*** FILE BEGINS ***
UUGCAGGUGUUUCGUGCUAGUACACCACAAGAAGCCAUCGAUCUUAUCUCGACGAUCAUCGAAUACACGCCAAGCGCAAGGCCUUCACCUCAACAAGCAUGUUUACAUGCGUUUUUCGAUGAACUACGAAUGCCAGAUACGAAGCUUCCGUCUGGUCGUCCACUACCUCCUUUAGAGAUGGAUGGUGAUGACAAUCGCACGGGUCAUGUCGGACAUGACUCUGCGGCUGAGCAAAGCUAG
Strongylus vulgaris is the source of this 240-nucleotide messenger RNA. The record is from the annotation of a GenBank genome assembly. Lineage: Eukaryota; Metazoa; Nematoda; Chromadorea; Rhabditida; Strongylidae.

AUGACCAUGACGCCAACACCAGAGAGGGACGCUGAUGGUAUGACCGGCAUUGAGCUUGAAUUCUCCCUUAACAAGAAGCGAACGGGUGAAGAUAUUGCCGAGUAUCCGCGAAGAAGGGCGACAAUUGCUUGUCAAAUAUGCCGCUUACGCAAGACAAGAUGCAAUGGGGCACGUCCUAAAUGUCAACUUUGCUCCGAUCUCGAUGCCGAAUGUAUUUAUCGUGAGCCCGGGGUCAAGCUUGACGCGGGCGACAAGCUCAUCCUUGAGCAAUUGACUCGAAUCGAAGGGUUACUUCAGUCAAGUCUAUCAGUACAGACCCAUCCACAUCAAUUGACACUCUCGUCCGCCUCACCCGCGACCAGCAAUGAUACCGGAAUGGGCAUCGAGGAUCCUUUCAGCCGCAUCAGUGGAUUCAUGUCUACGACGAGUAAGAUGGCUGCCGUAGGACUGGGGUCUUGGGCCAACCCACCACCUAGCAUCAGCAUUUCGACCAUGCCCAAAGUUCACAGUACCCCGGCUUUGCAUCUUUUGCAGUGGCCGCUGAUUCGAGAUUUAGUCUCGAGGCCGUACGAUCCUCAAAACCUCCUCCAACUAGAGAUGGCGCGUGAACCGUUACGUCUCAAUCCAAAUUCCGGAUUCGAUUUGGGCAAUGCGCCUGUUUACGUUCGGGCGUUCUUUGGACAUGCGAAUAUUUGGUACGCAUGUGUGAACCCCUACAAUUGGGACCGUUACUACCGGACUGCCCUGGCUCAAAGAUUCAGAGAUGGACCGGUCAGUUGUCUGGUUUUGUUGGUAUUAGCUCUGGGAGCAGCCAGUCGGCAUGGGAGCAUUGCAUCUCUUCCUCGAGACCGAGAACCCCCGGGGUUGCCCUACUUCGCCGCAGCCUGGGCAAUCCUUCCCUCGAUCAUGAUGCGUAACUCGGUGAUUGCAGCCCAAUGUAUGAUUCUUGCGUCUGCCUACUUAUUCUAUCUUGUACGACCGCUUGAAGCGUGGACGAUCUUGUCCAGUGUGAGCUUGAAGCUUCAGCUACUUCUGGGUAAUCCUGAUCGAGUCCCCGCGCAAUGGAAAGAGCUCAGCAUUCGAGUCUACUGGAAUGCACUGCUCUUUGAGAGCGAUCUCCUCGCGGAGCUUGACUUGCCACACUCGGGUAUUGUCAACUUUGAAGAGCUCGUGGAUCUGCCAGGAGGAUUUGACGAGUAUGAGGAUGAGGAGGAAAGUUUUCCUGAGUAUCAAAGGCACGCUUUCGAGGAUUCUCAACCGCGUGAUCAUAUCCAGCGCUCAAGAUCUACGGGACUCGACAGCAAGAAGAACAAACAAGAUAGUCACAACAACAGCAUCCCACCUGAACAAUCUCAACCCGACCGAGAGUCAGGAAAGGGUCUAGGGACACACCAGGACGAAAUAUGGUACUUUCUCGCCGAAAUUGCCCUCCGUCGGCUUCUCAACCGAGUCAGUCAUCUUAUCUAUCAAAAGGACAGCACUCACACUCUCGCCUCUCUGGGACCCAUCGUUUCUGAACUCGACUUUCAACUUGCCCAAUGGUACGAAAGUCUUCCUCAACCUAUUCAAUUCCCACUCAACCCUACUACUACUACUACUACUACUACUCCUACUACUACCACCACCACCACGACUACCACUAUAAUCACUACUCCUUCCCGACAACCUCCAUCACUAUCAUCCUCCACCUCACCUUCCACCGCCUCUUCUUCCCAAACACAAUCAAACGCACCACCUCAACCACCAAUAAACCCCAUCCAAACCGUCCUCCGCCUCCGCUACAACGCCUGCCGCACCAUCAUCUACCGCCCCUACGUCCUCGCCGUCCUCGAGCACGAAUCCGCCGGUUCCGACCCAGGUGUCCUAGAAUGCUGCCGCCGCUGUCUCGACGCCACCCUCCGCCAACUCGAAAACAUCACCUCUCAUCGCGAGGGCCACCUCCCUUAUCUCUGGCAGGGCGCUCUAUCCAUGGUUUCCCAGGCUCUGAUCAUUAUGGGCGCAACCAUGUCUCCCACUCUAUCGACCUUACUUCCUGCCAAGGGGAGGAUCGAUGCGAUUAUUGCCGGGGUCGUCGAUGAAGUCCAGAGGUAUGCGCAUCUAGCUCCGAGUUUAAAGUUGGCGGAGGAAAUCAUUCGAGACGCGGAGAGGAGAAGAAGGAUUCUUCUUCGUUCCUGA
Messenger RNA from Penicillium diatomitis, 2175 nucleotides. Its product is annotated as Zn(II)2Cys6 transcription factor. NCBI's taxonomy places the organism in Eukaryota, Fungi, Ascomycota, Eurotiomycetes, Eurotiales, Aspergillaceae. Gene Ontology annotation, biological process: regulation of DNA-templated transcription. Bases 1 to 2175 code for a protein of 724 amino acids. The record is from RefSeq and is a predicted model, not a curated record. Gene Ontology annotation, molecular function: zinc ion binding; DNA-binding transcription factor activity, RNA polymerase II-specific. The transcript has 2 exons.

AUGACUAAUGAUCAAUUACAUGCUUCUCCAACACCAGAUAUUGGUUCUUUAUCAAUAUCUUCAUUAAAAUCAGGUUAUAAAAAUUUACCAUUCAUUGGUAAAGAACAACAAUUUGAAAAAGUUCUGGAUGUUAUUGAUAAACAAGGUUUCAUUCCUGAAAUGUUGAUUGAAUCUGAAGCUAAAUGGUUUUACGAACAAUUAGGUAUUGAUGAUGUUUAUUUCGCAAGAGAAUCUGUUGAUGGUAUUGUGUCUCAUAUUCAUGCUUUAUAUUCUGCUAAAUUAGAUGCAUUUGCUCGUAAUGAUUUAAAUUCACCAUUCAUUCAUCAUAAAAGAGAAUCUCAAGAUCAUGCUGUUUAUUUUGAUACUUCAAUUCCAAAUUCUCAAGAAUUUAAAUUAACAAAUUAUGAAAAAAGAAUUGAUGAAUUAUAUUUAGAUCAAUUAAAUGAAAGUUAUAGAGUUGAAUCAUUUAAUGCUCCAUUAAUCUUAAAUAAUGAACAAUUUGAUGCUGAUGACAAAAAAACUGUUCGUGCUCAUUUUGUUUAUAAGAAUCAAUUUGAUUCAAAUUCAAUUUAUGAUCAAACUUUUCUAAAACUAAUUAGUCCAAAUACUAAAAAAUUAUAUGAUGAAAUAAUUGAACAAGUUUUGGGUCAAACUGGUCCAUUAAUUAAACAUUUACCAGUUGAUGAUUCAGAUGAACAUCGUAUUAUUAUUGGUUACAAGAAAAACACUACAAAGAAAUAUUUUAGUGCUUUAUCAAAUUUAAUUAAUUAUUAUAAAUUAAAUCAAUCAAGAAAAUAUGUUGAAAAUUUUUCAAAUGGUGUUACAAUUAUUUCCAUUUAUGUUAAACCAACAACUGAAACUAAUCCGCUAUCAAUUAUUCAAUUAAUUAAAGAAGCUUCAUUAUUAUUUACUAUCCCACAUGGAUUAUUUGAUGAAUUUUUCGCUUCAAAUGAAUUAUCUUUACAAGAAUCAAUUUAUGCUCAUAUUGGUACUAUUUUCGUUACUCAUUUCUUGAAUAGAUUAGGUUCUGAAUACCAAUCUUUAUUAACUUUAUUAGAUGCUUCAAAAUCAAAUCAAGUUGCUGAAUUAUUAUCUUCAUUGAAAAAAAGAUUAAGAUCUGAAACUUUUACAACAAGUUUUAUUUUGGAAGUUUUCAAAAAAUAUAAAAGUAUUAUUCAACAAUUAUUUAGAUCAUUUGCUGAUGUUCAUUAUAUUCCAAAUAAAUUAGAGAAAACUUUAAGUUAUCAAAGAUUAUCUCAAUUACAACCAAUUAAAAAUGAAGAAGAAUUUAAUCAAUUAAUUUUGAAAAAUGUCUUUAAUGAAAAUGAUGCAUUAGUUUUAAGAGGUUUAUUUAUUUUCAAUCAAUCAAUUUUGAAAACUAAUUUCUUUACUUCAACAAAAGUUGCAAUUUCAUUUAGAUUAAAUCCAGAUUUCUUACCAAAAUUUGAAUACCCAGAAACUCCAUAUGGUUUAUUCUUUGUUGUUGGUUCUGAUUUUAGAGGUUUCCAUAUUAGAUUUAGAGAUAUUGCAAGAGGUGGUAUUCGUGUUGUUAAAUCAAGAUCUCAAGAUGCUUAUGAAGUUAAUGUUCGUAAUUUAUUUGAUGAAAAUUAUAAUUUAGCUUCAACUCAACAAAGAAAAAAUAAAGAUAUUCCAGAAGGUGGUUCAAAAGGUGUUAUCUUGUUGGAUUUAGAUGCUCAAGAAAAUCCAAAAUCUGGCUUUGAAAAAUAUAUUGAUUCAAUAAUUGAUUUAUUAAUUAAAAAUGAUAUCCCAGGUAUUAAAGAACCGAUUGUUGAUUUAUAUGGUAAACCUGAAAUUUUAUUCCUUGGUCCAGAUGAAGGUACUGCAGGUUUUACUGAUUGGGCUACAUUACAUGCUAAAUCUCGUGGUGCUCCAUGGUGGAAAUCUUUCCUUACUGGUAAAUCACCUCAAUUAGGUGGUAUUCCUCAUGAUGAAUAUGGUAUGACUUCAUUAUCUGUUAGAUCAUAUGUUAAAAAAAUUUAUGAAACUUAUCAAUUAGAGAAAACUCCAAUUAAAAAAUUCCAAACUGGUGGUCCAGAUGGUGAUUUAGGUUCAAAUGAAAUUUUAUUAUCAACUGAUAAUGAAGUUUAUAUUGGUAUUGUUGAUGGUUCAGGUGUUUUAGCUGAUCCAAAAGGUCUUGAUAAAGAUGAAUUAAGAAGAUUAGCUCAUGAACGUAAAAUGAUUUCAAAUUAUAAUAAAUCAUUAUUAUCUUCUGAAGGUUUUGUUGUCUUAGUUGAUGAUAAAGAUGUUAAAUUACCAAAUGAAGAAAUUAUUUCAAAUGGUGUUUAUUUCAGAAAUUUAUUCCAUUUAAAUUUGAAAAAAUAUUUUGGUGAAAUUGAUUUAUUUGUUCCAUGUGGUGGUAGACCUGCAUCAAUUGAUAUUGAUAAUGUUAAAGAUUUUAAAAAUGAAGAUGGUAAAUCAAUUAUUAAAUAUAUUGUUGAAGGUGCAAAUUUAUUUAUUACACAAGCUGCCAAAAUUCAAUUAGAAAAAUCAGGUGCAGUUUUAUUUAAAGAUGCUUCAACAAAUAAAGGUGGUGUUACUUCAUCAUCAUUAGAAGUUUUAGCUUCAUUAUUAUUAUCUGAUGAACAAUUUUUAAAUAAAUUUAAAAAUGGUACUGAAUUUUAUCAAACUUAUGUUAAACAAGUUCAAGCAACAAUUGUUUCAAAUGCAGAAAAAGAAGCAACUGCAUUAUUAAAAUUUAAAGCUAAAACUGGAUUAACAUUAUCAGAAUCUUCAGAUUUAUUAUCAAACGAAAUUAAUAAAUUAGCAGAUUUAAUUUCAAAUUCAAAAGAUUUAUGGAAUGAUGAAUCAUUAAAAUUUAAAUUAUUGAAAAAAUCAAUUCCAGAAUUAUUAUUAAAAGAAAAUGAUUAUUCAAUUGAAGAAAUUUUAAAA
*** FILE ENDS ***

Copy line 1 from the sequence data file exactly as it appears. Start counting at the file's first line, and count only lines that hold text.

UUGCAGGUGUUUCGUGCUAGUACACCACAAGAAGCCAUCGAUCUUAUCUCGACGAUCAUCGAAUACACGCCAAGCGCAAGGCCUUCACCUCAACAAGCAUGUUUACAUGCGUUUUUCGAUGAACUACGAAUGCCAGAUACGAAGCUUCCGUCUGGUCGUCCACUACCUCCUUUAGAGAUGGAUGGUGAUGACAAUCGCACGGGUCAUGUCGGACAUGACUCUGCGGCUGAGCAAAGCUAG